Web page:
I want marriage counseling for Valentine's Day. Here's what's NOT going on in our marriage:
- We are not headed for divorce.
- We are not dealing with infidelity.
- We are not dealing with sickness or a recent loss.
The purpose of this post is not a call for help, but rather an admission to others, in hopes that it will help them to be brave:
Marriage is hard, and we need help with ours.
I find it funny that bettering ourselves is admirable in many aspects of life, but you utter the phrase "marriage counseling" and you hear an audible gasp.
- You want to get in shape for your wedding or post-baby, and you get a personal trainer.
- You want to learn the latest software at work, and you go to a professional development.
- You want to learn to cook, or sew, or build, and you attend a class.
But somehow, the two most important jobs that a human will ever have in his or her lifetime- being a spouse and being a parent- have little to no support. Perhaps it's because people have been doing this since the dawn of time, so we all just assume that we'll figure it out. But the thing is, we don't all figure it out. It's not always obvious, and it rarely is easy.
When we were first married, we'd have friends and family comment on how cute we were together, what a good couple we were. My sarcastic husband would respond, "Thanks. The counseling is really helping!" And I'd giggle. How utterly laughable it was that we would ever need help.
And then, real life set it. We had our first child; a joy, of course, but also a challenge. We decided that I would stay home. Several months later, my husband's job went south, and the income and security that we were used to was no longer there. Sound familiar? It's nothing earth shattering. But it had its effects. Three jobs, two moves, and one baby later, is where we find ourselves today.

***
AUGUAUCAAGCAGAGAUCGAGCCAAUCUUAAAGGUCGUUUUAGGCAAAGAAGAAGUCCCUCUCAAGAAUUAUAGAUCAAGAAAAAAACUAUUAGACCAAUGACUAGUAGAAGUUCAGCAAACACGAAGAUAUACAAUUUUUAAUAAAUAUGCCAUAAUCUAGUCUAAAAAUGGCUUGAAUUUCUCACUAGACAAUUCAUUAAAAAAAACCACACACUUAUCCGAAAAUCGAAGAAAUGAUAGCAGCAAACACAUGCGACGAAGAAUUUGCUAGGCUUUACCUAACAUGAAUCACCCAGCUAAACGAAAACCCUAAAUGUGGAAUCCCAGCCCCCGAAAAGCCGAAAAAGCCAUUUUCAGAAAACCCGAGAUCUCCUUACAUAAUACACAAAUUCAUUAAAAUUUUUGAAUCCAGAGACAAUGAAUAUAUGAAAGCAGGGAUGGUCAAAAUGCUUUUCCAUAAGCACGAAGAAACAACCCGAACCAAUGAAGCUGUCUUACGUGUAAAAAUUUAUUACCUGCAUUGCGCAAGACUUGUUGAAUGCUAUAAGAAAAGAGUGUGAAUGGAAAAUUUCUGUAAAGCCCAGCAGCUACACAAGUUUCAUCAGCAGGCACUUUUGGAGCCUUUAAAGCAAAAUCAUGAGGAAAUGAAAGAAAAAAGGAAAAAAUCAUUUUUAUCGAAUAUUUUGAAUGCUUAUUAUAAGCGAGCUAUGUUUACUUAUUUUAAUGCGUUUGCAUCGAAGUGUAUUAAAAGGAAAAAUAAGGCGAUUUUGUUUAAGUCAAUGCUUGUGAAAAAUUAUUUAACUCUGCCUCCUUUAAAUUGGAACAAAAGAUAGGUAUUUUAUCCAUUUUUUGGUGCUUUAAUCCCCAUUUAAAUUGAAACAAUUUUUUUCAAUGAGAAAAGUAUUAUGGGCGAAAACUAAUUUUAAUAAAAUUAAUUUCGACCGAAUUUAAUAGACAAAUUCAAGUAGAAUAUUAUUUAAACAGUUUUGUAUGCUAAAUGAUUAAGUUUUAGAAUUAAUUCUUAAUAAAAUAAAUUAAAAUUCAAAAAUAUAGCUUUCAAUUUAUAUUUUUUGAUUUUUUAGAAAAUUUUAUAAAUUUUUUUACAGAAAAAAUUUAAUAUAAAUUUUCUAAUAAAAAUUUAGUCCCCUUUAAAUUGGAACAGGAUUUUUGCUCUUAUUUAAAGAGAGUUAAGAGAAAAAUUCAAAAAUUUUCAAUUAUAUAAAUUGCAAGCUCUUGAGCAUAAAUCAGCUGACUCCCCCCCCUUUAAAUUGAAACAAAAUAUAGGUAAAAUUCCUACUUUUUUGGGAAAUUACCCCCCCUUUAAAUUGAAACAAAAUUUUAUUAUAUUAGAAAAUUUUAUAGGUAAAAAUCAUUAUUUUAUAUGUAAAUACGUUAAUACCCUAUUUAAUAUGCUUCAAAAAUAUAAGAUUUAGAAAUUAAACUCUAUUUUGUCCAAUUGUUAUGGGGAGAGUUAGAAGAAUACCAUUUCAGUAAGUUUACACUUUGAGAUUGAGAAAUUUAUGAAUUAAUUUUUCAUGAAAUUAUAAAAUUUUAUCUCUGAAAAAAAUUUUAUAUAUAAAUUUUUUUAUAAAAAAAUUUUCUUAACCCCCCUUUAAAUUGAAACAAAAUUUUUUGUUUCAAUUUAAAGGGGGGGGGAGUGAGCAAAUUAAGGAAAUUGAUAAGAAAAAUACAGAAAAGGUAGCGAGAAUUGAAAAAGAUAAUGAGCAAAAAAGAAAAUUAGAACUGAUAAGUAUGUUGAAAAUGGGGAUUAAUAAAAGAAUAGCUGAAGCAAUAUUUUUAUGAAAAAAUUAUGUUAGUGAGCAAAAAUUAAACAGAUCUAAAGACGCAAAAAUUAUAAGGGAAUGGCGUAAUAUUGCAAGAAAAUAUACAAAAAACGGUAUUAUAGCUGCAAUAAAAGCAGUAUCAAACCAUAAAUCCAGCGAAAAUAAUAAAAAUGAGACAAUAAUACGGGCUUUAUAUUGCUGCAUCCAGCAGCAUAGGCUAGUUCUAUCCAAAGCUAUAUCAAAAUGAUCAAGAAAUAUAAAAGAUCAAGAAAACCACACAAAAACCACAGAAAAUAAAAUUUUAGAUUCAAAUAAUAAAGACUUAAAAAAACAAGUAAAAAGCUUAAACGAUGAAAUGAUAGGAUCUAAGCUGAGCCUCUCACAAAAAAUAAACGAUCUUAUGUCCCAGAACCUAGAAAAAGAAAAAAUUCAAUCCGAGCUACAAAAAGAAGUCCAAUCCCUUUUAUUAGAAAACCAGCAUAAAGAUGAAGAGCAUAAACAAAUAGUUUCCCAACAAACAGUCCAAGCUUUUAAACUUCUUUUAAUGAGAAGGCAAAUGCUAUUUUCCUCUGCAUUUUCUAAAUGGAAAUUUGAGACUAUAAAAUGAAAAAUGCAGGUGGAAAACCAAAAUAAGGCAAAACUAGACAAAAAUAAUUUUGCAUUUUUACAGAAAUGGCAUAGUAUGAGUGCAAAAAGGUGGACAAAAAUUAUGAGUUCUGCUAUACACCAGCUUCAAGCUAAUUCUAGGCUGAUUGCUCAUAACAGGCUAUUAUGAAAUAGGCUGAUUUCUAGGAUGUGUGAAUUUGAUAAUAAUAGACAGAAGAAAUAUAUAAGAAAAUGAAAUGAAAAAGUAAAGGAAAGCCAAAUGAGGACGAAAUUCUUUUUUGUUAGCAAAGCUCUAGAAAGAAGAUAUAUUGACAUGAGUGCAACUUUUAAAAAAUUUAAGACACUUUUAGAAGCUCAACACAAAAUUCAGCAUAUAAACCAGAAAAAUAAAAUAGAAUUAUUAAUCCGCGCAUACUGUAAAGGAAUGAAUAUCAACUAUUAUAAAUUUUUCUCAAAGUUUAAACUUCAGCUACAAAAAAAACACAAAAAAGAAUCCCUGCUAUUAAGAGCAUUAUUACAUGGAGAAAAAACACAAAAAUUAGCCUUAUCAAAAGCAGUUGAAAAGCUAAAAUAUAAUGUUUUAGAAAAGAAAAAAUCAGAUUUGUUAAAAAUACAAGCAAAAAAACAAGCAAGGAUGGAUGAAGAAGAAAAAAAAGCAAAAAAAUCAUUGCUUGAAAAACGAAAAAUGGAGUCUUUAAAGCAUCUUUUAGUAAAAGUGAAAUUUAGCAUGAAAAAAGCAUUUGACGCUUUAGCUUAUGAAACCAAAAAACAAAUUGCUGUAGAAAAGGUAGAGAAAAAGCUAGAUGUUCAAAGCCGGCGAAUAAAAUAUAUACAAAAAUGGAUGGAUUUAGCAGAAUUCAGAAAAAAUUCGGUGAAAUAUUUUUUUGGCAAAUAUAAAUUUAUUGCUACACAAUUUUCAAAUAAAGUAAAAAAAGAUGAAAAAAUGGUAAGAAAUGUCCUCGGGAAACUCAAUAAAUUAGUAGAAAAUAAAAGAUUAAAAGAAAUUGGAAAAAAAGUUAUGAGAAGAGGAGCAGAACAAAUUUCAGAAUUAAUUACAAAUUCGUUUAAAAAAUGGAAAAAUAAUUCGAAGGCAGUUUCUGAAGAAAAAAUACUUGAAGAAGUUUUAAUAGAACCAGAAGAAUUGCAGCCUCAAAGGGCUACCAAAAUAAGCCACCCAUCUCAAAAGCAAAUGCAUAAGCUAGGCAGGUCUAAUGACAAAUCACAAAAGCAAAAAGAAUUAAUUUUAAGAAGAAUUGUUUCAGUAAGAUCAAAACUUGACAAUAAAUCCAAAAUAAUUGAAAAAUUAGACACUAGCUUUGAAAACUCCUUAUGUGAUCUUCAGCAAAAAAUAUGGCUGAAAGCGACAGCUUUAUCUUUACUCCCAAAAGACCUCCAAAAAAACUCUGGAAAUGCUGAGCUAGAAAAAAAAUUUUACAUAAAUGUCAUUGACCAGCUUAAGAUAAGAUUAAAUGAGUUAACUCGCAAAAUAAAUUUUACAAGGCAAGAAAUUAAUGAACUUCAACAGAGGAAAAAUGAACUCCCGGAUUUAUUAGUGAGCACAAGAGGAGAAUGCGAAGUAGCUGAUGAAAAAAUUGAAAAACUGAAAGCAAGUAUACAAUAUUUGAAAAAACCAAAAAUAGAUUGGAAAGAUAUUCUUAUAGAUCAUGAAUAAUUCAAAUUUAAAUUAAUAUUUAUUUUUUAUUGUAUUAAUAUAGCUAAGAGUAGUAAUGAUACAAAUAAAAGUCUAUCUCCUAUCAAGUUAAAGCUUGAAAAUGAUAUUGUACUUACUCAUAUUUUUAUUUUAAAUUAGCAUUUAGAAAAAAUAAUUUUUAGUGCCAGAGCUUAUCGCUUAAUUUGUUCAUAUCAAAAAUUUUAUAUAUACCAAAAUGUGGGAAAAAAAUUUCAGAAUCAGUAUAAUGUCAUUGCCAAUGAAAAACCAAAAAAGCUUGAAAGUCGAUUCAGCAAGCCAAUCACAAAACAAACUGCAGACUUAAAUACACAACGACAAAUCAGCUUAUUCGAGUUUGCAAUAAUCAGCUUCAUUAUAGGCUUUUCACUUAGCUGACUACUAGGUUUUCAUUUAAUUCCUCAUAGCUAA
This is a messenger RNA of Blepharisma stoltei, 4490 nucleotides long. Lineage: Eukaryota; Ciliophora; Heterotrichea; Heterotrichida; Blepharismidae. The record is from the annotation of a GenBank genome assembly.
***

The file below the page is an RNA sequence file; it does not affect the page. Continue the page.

As I said, we're not heading for divorce. But we need marriage personal training. While we know that the DINK (double income no kids) life is no longer a reality, we want to be better. We know that our teamwork could be tighter, our communication more flexible, and our bond stronger. Just like parts of our body, there are a lot of exercises that we can do and tools we can use. Sometimes, we're unsure what they are or how to use them. We just need a little coaching.
A friend of mine, Emily, eloquently wrote about the same thing in a three part series. Here's an excerpt from Part 1: Drowning:
So the thing about drowning is that people who are drowning don’t look the way you would expect a drowning person to look. They aren’t screaming or splashing or making a scene. They are trying to survive. Up and breathe. Down and panic. Up and breathe. Down and panic. Grab. Grasp. Gasp.
Drowning couples go to church. Drowning couples go on dates. Drowning couples go through the motions because maybe, at some point, they will grab onto a moment of normalcy that will become a life raft.
Are we drowning? It depends on the day. Some days, we're effortlessly doing the breaststroke. Other days, we need floaties. Desperately.
We prefer the breaststroke days: when we keep consistently swimming, and we aren't gasping for air. And that's why we found a marriage personal trainer. We've been seeing her for two years, and we are so grateful for all the guidance she has given us. I shudder to think where we'd be without her expertise.
Marriage. Is. Hard. Add the mixed blessing and challenge of children into the mix, and the difficulties are intensified. I firmly believe that, post-partum, you should walk out of that hospital with three things: your baby, your paid meds, and a voucher for six marriage personal training sessions.
Who pays for this? I don't know. But preventive measures are usually more cost effective than fixing the problem later. Perhaps then, 50% of American marriages wouldn't end in divorce.
I know that marriage counseling can't be unwrapped like a box of chocolates, or sniffed and admired like flowers, or worn like jewelry. But, in my eyes, it's a priceless gift.
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